The Siri Remote looks identical to last year's model aside from that USB-C charging port. Functionally both are the same, and there still is no remote finder or Find My integration to locate it when it inevitably gets misplaced in the couch cushions. Competitors Roku and Amazon Fire TV both offer remote finder features. I guess Apple TV users will have to keep using cases with AirTags.
The experience is largely unchanged from prior Apple TV boxes. Apps are arranged in a grid, similar to an iPhone or iPad. Running the latest TVOS 16.1, Siri now operates in the lower-right corner instead of dominating the display. Apple's digital assistant works largely fine, though at times it would still give me the wrong result like playing the soundtrack for the Apple TV Plus show Severance instead of the show.
As expected from an Apple device, you have access to a host of Apple services including photos in iCloud, the ability to watch content with other Apple-centric friends through Share Play and the requisite apps for Fitness Plus for workouts, Apple Music and Apple Arcade for gaming if you pay for those services.
As for apps, Apple's TV platform supports nearly all the major streaming services you could want. The apps and streaming services I've used all generally loaded quickly with the new A15 Bionic and worked largely as expected. Relative to last year's Apple TV 4K, I noticed apps opening a few seconds faster, but the increase was nothing substantial.
I do wish more apps like Hulu, Netflix and the NBA allowed for logging in via a phone or computer as opposed to typing in usernames, but that should be a one-time thing. Apple does make it easier to enter text by prompting you to use your likely nearby iPhone whenever a keyboard pops up on your TV.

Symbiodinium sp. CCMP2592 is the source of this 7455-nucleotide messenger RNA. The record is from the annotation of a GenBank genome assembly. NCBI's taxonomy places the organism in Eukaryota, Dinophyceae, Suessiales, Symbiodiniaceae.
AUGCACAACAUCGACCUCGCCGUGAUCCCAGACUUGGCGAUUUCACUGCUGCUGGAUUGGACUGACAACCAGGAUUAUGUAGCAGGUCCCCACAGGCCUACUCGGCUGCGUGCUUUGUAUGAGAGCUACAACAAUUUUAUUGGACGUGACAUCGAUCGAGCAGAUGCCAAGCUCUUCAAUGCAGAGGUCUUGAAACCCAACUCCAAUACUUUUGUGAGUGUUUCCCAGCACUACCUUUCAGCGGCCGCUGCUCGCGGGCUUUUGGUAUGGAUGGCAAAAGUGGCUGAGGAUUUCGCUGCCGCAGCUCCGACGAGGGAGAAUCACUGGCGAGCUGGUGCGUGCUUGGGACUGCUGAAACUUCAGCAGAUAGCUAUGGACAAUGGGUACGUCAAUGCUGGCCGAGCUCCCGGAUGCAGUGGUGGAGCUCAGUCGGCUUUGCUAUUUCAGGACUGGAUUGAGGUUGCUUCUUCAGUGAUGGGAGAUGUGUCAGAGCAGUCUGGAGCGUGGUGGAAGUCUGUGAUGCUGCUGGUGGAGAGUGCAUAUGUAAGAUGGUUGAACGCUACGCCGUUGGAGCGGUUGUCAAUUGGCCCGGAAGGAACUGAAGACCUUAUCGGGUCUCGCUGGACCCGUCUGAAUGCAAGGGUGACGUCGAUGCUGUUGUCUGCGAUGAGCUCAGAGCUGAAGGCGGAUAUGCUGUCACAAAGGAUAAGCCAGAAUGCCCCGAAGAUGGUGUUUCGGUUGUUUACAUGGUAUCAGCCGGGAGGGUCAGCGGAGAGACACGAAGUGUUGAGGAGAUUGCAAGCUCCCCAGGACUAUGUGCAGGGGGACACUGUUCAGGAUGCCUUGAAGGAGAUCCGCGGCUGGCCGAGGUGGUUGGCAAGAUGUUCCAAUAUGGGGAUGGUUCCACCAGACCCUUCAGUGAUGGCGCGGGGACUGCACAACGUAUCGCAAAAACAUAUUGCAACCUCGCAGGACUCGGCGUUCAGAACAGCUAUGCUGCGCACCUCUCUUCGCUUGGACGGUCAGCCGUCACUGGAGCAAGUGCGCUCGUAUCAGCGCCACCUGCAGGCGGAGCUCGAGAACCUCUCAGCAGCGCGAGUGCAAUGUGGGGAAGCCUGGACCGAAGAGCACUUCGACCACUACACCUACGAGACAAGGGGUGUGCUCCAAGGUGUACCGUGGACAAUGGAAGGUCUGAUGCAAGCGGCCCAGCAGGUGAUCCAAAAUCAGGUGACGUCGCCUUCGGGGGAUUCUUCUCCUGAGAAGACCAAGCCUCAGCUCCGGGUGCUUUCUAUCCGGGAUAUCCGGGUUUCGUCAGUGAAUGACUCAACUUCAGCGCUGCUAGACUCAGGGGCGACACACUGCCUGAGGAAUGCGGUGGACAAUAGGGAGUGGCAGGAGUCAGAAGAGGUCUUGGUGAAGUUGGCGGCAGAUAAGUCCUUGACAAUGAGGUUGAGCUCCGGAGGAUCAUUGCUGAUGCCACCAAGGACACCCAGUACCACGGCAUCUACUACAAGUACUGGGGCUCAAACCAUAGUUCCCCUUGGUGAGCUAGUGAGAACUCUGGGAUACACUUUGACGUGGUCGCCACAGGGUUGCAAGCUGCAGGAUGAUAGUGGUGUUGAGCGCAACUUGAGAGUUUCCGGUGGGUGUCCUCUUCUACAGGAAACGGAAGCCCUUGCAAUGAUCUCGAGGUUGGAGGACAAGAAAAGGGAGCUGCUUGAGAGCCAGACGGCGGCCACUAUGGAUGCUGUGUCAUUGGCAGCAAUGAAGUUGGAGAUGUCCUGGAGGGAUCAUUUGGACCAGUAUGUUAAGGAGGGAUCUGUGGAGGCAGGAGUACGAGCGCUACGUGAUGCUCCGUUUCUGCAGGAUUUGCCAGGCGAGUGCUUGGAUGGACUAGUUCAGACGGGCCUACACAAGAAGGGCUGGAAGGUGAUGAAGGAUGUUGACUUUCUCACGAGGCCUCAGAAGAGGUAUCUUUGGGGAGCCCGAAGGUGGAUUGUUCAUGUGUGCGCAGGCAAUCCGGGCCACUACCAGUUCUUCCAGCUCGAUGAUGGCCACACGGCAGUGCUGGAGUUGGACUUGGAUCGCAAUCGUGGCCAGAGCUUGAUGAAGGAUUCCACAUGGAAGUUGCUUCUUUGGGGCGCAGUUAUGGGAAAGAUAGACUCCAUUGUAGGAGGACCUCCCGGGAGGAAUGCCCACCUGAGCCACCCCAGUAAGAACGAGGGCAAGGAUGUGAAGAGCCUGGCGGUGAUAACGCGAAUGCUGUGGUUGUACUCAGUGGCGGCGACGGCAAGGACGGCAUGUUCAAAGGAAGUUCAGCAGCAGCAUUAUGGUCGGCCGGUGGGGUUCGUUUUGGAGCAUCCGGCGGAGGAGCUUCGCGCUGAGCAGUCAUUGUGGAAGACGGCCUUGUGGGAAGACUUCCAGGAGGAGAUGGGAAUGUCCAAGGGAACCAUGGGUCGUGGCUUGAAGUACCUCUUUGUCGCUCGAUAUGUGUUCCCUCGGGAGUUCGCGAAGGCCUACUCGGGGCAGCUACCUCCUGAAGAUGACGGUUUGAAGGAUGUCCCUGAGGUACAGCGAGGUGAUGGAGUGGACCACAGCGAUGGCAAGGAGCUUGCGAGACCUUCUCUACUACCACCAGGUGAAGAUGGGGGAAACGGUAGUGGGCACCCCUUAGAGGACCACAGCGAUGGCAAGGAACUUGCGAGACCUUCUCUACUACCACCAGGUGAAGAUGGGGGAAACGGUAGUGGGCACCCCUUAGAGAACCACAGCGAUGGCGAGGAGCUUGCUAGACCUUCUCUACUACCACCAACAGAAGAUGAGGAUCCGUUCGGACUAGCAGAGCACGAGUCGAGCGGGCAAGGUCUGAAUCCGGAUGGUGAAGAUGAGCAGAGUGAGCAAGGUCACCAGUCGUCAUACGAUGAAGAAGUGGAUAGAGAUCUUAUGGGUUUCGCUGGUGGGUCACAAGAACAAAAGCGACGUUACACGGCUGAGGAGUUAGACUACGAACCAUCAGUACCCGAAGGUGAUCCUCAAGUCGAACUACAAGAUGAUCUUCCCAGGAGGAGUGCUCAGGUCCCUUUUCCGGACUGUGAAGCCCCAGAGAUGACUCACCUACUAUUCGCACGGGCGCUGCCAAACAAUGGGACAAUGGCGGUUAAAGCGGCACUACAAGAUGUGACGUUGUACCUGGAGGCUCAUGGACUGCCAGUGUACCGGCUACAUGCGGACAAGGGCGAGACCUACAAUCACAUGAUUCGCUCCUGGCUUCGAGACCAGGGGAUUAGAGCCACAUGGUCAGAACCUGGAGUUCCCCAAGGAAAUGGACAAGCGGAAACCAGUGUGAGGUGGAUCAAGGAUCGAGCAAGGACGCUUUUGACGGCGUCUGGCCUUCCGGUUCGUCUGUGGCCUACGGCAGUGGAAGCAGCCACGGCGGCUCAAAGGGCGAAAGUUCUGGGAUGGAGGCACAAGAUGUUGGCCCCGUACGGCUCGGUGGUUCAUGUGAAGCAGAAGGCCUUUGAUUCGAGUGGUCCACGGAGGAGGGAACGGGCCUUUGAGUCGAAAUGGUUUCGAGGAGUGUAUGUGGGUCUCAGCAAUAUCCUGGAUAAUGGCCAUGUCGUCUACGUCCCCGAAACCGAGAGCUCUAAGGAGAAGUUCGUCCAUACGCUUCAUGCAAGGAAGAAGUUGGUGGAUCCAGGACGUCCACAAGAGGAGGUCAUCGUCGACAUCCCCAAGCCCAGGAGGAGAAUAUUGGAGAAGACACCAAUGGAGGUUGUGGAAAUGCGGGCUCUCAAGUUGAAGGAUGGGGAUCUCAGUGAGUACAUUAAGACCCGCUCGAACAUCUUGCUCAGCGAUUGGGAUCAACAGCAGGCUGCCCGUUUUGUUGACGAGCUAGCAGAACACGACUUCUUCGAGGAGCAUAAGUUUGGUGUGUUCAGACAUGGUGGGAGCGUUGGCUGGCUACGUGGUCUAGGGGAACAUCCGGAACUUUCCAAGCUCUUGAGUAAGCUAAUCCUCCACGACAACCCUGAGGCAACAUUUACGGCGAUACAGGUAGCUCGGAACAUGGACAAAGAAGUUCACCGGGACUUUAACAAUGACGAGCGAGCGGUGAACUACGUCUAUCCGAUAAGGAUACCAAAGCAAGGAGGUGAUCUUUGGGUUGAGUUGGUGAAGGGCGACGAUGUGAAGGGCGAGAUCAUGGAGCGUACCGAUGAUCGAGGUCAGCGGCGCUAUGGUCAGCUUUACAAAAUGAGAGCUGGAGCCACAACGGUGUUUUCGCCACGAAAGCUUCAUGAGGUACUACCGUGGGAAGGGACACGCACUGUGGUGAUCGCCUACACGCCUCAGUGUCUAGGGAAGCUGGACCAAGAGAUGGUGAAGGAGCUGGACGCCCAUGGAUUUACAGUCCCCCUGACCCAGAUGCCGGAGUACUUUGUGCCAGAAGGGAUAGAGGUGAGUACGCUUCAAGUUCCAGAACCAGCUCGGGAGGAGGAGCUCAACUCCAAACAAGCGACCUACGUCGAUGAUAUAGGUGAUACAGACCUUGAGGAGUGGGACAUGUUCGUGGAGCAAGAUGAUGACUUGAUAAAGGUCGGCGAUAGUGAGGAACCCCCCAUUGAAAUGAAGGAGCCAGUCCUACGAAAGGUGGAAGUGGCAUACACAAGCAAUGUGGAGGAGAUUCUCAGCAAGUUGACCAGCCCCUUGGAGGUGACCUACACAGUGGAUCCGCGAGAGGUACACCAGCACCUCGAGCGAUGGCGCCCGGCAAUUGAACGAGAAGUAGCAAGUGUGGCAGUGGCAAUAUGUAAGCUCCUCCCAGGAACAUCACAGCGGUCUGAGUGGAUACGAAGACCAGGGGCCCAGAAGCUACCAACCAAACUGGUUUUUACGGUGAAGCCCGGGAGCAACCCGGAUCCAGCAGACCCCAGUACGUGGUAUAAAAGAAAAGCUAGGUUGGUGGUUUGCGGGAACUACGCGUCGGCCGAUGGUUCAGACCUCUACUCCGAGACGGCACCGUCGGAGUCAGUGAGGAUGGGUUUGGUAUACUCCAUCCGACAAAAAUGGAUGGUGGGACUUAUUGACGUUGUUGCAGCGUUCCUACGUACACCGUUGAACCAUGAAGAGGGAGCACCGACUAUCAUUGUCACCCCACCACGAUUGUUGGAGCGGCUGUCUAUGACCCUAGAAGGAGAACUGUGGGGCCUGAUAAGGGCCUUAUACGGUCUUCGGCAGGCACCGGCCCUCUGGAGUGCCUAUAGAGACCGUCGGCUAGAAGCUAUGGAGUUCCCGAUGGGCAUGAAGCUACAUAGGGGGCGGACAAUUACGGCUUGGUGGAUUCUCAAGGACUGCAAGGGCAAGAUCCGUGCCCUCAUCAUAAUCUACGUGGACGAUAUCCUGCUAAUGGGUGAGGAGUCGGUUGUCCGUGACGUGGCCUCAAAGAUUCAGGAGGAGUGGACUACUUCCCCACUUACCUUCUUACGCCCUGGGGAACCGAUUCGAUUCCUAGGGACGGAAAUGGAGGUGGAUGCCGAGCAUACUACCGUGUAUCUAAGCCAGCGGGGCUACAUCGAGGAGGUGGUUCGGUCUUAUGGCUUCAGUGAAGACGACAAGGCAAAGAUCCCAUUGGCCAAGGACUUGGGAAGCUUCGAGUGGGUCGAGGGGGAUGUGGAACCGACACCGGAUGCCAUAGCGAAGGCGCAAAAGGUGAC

The Apple TV 4K can control smart home products that work with Apple's HomeKit, and turning off Philips Hue lights worked without issue (I don't have Thread set up and therefore couldn't test that). The streaming box also integrates with HomePod Mini and AirPods, should you want to listen to content on those speakers or headphones. Pairing with AirPods Pro was a snap, and the box recognized them immediately once I took them out of their case. Audio transfer to the earbuds and later back to my TV (when I put the buds back in their case) was seamless.
Speaking of audio, early on in my testing I ran into a really weird bug where the picture appeared but no audio played when the new box was connected to my 2019 TCL TV. I noticed this when playing Deadpool on Disney Plus, Severance on Apple TV Plus and House of the Dragon on HBO Max, for example. Sometimes simply backing out and restarting the video would fix the issue, and other times it would resolve itself after a few seconds. It occurred frequently and across multiple apps, however, which was odd and disconcerting for a streaming player.